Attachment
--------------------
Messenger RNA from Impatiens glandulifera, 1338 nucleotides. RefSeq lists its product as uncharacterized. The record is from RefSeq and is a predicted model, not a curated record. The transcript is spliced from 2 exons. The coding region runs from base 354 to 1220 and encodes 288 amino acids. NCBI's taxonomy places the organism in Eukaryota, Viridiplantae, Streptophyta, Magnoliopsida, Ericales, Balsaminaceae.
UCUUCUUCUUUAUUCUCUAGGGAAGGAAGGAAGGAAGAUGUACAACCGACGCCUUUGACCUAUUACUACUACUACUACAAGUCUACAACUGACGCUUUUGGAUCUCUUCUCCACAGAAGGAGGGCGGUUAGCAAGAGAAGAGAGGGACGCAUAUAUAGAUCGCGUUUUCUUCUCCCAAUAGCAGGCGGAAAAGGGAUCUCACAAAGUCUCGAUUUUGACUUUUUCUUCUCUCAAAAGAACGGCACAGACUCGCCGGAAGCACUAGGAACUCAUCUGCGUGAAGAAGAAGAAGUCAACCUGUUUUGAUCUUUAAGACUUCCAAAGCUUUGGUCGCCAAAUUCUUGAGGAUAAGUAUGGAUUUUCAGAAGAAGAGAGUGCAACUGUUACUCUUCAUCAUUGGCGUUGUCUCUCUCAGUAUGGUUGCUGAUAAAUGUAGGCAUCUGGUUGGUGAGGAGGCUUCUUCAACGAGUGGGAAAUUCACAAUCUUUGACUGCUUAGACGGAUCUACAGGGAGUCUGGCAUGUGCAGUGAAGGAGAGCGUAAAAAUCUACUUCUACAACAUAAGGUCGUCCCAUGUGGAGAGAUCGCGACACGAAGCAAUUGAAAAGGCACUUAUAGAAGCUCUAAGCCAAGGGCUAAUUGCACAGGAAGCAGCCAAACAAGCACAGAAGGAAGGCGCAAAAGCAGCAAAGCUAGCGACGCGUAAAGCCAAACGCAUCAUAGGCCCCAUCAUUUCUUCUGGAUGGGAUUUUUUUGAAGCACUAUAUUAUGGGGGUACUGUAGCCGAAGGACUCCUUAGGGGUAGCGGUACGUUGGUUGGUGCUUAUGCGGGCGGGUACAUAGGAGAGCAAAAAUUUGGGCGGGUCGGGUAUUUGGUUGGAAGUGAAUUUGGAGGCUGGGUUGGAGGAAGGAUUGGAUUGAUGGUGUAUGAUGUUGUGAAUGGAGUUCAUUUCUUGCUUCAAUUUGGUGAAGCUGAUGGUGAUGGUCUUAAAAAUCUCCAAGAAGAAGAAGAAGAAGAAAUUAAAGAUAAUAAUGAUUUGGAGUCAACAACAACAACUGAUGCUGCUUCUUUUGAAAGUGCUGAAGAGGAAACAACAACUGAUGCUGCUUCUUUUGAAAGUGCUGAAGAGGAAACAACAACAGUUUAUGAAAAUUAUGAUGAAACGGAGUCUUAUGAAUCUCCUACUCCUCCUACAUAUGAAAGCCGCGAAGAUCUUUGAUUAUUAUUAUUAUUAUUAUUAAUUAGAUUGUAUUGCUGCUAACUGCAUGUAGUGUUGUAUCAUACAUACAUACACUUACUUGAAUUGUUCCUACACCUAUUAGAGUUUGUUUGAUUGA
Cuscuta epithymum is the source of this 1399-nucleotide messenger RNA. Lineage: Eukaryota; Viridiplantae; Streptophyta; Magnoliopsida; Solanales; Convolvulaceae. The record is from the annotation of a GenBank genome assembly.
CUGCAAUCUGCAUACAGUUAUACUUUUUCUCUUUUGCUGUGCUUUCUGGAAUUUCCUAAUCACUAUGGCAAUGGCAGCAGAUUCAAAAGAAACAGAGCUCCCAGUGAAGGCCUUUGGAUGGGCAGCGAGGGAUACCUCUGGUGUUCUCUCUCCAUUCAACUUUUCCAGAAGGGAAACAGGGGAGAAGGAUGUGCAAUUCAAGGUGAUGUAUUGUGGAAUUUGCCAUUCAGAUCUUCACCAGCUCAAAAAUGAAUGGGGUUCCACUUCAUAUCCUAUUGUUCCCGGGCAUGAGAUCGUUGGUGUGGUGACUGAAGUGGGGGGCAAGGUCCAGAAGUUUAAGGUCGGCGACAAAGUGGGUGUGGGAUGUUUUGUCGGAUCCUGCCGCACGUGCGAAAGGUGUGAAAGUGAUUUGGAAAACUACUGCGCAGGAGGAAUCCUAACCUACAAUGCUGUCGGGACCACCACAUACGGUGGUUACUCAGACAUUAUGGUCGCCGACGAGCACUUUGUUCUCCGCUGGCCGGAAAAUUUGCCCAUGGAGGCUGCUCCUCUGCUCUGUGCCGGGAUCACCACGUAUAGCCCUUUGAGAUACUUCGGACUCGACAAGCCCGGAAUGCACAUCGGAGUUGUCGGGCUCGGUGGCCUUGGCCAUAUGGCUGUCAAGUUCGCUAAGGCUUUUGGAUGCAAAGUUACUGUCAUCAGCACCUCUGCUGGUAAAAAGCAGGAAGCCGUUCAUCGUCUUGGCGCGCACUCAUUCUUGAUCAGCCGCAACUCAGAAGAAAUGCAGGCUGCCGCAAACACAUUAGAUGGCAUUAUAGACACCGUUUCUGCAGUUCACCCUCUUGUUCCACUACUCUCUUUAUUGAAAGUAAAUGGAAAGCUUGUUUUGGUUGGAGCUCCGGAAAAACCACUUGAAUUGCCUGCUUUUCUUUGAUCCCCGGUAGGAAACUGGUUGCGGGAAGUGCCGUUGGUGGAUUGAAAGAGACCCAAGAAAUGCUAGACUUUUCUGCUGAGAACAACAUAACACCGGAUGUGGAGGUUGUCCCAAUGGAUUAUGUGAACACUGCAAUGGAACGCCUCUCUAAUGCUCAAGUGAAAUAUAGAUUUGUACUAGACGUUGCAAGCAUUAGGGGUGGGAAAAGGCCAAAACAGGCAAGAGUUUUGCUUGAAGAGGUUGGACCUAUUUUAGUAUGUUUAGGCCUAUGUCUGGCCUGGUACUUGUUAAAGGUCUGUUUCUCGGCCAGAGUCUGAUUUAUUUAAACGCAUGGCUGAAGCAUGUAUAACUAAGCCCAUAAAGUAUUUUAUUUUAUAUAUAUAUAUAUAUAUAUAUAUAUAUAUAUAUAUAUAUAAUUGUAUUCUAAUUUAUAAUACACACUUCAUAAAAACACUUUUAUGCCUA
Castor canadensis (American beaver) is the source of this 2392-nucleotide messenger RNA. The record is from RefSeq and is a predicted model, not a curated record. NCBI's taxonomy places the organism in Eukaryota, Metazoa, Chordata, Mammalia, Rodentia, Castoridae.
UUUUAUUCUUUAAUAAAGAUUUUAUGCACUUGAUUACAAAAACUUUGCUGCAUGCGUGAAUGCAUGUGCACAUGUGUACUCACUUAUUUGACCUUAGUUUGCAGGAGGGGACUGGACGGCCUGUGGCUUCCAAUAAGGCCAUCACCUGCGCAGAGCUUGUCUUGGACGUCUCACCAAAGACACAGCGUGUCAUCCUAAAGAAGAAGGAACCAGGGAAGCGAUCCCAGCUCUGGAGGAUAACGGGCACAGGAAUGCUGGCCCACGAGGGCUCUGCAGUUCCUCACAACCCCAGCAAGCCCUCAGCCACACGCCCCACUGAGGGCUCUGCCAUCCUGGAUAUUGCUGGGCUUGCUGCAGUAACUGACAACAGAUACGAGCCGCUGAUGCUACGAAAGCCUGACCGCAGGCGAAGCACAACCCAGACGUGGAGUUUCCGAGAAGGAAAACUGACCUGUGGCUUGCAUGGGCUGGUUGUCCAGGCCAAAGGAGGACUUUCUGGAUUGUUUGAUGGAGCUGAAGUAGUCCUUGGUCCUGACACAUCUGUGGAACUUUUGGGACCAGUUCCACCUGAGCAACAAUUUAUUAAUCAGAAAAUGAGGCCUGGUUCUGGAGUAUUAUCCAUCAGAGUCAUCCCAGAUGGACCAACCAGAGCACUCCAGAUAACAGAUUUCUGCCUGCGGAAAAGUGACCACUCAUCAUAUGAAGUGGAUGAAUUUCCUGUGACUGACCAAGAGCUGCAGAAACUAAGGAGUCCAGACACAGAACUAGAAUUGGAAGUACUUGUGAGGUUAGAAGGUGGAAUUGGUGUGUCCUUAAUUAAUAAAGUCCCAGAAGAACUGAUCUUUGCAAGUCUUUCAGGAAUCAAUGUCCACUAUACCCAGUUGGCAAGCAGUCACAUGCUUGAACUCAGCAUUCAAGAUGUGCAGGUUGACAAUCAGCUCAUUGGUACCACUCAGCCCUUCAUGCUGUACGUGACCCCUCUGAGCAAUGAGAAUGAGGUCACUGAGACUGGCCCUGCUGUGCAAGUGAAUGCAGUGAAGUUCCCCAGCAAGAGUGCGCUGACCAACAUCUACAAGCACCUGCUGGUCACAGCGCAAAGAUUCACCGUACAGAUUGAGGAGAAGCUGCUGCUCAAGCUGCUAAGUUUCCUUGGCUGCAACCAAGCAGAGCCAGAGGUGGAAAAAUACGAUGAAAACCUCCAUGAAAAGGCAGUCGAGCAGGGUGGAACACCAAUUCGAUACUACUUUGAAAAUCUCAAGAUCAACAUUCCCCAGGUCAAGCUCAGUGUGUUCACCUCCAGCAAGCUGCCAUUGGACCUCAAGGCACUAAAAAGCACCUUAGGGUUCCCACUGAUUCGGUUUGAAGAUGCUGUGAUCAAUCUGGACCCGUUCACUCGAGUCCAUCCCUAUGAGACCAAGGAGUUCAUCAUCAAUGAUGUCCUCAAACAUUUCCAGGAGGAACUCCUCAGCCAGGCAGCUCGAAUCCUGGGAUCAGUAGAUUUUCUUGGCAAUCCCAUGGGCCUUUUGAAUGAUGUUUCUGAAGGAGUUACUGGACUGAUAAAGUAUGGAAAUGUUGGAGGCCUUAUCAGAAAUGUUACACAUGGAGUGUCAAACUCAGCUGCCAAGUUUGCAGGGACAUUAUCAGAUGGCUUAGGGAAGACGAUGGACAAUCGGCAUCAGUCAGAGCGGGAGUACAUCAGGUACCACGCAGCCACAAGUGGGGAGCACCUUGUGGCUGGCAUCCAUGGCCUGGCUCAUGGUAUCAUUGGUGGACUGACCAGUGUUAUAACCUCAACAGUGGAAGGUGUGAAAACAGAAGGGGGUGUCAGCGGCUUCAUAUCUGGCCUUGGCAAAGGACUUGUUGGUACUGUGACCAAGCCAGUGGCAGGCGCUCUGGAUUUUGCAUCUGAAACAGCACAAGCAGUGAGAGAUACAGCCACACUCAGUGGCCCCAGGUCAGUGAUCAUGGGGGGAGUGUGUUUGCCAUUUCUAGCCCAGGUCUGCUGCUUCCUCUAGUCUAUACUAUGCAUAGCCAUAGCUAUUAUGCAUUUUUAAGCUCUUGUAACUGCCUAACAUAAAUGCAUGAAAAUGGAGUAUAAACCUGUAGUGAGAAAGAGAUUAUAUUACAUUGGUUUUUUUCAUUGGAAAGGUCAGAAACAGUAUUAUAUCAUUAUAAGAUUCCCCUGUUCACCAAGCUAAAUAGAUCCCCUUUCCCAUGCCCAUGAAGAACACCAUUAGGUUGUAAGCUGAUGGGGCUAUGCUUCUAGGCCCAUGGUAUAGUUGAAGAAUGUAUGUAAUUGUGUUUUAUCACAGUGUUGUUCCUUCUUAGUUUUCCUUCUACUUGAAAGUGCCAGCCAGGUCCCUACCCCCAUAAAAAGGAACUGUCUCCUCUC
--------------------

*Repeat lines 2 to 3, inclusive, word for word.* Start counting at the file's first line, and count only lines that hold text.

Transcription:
UCUUCUUCUUUAUUCUCUAGGGAAGGAAGGAAGGAAGAUGUACAACCGACGCCUUUGACCUAUUACUACUACUACUACAAGUCUACAACUGACGCUUUUGGAUCUCUUCUCCACAGAAGGAGGGCGGUUAGCAAGAGAAGAGAGGGACGCAUAUAUAGAUCGCGUUUUCUUCUCCCAAUAGCAGGCGGAAAAGGGAUCUCACAAAGUCUCGAUUUUGACUUUUUCUUCUCUCAAAAGAACGGCACAGACUCGCCGGAAGCACUAGGAACUCAUCUGCGUGAAGAAGAAGAAGUCAACCUGUUUUGAUCUUUAAGACUUCCAAAGCUUUGGUCGCCAAAUUCUUGAGGAUAAGUAUGGAUUUUCAGAAGAAGAGAGUGCAACUGUUACUCUUCAUCAUUGGCGUUGUCUCUCUCAGUAUGGUUGCUGAUAAAUGUAGGCAUCUGGUUGGUGAGGAGGCUUCUUCAACGAGUGGGAAAUUCACAAUCUUUGACUGCUUAGACGGAUCUACAGGGAGUCUGGCAUGUGCAGUGAAGGAGAGCGUAAAAAUCUACUUCUACAACAUAAGGUCGUCCCAUGUGGAGAGAUCGCGACACGAAGCAAUUGAAAAGGCACUUAUAGAAGCUCUAAGCCAAGGGCUAAUUGCACAGGAAGCAGCCAAACAAGCACAGAAGGAAGGCGCAAAAGCAGCAAAGCUAGCGACGCGUAAAGCCAAACGCAUCAUAGGCCCCAUCAUUUCUUCUGGAUGGGAUUUUUUUGAAGCACUAUAUUAUGGGGGUACUGUAGCCGAAGGACUCCUUAGGGGUAGCGGUACGUUGGUUGGUGCUUAUGCGGGCGGGUACAUAGGAGAGCAAAAAUUUGGGCGGGUCGGGUAUUUGGUUGGAAGUGAAUUUGGAGGCUGGGUUGGAGGAAGGAUUGGAUUGAUGGUGUAUGAUGUUGUGAAUGGAGUUCAUUUCUUGCUUCAAUUUGGUGAAGCUGAUGGUGAUGGUCUUAAAAAUCUCCAAGAAGAAGAAGAAGAAGAAAUUAAAGAUAAUAAUGAUUUGGAGUCAACAACAACAACUGAUGCUGCUUCUUUUGAAAGUGCUGAAGAGGAAACAACAACUGAUGCUGCUUCUUUUGAAAGUGCUGAAGAGGAAACAACAACAGUUUAUGAAAAUUAUGAUGAAACGGAGUCUUAUGAAUCUCCUACUCCUCCUACAUAUGAAAGCCGCGAAGAUCUUUGAUUAUUAUUAUUAUUAUUAUUAAUUAGAUUGUAUUGCUGCUAACUGCAUGUAGUGUUGUAUCAUACAUACAUACACUUACUUGAAUUGUUCCUACACCUAUUAGAGUUUGUUUGAUUGA
Cuscuta epithymum is the source of this 1399-nucleotide messenger RNA. Lineage: Eukaryota; Viridiplantae; Streptophyta; Magnoliopsida; Solanales; Convolvulaceae. The record is from the annotation of a GenBank genome assembly.